Hosea ("Jehovah has redeemed,") was the son of Beeri, a citizen of the kingdom of Israel. He was an early contemporary of Isaiah and Micah. But while these two prophets preached in the southern kingdom, Hosea prophesied in the midst of the northern kingdom, which he regularly called Ephraim, which was then, in the eighth century before Christ, at the zenith of its power. Jeroboam II had greatly en­larged the borders of the land, so that the material prosperity of the country became pro­verbial. But to this outward glory of the king­dom its moral corruption corresponded, for shameless idolatry went hand in hand with an open transgression of all the commandments of the Second Table. The people of the land for­got and forsook the true God and followed after false gods. Chaps. 1, 2; 2, 5. 13; 3, 1; 4, 17.

The prophecies of Hosea fully take these con­ditions into account, for the two sections of his book, clearly as they are distinguished (chaps. 1-3 and 4-14) both treat of the faithlessness of Israel and of the divine love which calls His people to repentance. In the first part of the book, which seems to have been written toward the end of Jeroboam's reign, the prophet sternly reproves the people for their spiritual adultery and admonishes them to repent. In the second part, which seems to presuppose the unsettled conditions following the death of Jeroboam, the prophet announces to the godless and self-hardened people of his nation the inevitable judgment of the Lord. The entire section may be subdivided into three parts: chaps. 4, 1-6, 3; 6, 4-11, 12; 12, 1-14, 9, each concluding with a thought opening up a brighter future to such as will heed the Lord's admonition.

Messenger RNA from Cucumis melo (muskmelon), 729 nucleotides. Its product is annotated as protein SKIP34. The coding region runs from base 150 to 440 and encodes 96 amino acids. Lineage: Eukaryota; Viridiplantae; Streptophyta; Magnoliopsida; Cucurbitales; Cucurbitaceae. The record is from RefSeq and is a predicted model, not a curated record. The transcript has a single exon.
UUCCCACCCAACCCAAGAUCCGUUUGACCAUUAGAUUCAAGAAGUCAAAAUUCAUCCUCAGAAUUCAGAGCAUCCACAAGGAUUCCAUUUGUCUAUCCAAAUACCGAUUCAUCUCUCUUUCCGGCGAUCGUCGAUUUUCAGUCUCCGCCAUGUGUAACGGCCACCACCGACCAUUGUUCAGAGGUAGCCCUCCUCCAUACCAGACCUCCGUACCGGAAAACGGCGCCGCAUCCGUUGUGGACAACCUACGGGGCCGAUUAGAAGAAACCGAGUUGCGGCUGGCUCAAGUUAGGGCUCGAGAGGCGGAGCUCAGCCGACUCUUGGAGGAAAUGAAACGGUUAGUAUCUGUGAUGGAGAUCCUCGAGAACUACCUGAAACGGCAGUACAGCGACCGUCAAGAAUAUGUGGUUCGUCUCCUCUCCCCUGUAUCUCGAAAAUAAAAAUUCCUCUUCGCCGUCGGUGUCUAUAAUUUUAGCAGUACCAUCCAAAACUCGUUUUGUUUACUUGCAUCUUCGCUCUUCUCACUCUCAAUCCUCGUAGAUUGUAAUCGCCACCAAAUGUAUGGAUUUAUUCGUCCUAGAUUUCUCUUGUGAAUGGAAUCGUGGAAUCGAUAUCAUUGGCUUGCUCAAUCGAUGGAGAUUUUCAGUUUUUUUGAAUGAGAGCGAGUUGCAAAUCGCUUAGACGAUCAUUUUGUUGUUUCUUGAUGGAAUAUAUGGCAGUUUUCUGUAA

The style of the book is unique, with a strong character of individuality and an equally strong subjective trend. It is rich in bold and strong figures, often with passages of marked beauty, sometimes rather abrupt, particularly in pass­ing rapidly from one picture to another. The vocabulary is sometimes strange and tlie lan­guage involved, with peculiar grammatical con­structions.

Hosea has some Messianic passages of singu­lar power and beauty; for while he declares that the Lord must and will disown His rep­robate children, he says, at the same time, that Jehovah will gather for Himself a numerous people. He predicts that in the days of the Messiah the true Israel, including men from all nations of the world, shall return and seek the Lord and shall fear Him and His goodness. 1)